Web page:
Diltiazem Tablets

Diltiazem is a calcium channel blocker that treats high blood pressure and angina (chest pain). It makes your heart’s workload easier. You may need to take diltiazem more than once a day. Follow your healthcare provider’s instructions for taking it. They may increase your dose little by little.


What is this medication?

DILTIAZEM (dil TYE a zem) treats high blood pressure and prevents chest pain (angina). It works by relaxing the blood vessels, which helps decrease the amount of work your heart has to do. It belongs to a group of medications called calcium channel blockers.

This medicine may be used for other purposes; ask your health care provider or pharmacist if you have questions.



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What should I tell my care team before I take this medication?

They need to know if you have any of these conditions:

  • Heart attack
  • Heart disease
  • Irregular heartbeat or rhythm
  • Low blood pressure
  • An unusual or allergic reaction to diltiazem, other medications, foods, dyes, or preservatives
  • Pregnant or trying to get pregnant
  • Breast-feeding

How should I use this medication?

Take this medication by mouth. Take it as directed on the prescription label at the same time every day. Keep taking it unless your care team tells you to stop.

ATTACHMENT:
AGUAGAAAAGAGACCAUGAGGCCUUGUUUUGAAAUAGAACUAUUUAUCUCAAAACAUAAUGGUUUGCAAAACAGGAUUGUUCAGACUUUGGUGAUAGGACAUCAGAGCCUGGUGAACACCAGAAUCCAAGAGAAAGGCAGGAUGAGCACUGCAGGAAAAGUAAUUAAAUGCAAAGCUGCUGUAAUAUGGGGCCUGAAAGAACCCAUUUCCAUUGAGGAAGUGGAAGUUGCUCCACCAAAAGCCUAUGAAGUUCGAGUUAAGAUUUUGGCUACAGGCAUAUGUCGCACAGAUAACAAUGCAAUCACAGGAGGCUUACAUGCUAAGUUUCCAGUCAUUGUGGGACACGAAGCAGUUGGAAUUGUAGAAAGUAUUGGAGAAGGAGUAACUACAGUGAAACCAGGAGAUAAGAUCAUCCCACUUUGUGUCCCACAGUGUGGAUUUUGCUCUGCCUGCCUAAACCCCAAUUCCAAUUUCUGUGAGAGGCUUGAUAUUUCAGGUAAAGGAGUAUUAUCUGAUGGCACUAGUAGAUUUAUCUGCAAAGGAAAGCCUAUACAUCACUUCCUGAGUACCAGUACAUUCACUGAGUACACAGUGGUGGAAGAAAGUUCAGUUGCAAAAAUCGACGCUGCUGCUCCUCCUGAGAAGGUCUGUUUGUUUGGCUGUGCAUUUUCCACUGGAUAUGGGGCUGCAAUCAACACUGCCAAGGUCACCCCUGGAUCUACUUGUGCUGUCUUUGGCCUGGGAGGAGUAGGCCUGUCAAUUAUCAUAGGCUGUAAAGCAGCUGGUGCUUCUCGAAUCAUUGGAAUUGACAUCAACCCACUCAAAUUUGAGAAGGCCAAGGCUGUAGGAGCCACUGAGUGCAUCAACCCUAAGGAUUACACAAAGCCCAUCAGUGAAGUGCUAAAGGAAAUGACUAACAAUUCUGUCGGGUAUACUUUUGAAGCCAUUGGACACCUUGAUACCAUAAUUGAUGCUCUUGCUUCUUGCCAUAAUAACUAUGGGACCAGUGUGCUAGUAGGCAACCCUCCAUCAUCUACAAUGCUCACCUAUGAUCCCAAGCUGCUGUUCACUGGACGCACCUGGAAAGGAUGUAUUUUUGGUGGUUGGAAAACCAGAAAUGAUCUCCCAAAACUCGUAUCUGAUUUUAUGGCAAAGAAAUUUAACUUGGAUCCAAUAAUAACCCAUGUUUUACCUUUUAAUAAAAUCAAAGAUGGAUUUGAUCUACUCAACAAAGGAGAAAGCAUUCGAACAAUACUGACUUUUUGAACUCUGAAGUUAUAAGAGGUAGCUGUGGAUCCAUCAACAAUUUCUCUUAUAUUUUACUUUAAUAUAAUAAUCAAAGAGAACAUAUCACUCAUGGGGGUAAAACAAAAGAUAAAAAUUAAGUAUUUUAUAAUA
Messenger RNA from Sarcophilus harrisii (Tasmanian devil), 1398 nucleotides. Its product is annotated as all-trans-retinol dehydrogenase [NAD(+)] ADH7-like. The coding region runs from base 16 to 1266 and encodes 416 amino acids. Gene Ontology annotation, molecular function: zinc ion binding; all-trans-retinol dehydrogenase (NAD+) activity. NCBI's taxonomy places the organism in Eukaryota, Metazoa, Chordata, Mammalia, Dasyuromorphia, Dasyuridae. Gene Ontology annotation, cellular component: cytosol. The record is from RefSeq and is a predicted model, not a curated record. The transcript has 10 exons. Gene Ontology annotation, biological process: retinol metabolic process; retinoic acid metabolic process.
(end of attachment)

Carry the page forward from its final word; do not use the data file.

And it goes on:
Talk to your care team about the use of this medication in children. Special care may be needed.

Overdosage: If you think you have taken too much of this medicine contact a poison control center or emergency room at once.

NOTE: This medicine is only for you. Do not share this medicine with others.


What if I miss a dose?

If you miss a dose, take it as soon as you can. If it is almost time for your next dose, take only that dose. Do not take double or extra doses.

What may interact with this medication?

Do not take this medication with any of the following:

  • Cisapride
  • Hawthorn
  • Pimozide
  • Ranolazine
  • Red yeast rice

This medication may also interact with the following:

  • Buspirone
  • Carbamazepine
  • Cimetidine
  • Cyclosporine
  • Digoxin
  • Local anesthetics or general anesthetics
  • Lovastatin
  • Medications for anxiety or difficulty sleeping like midazolam and triazolam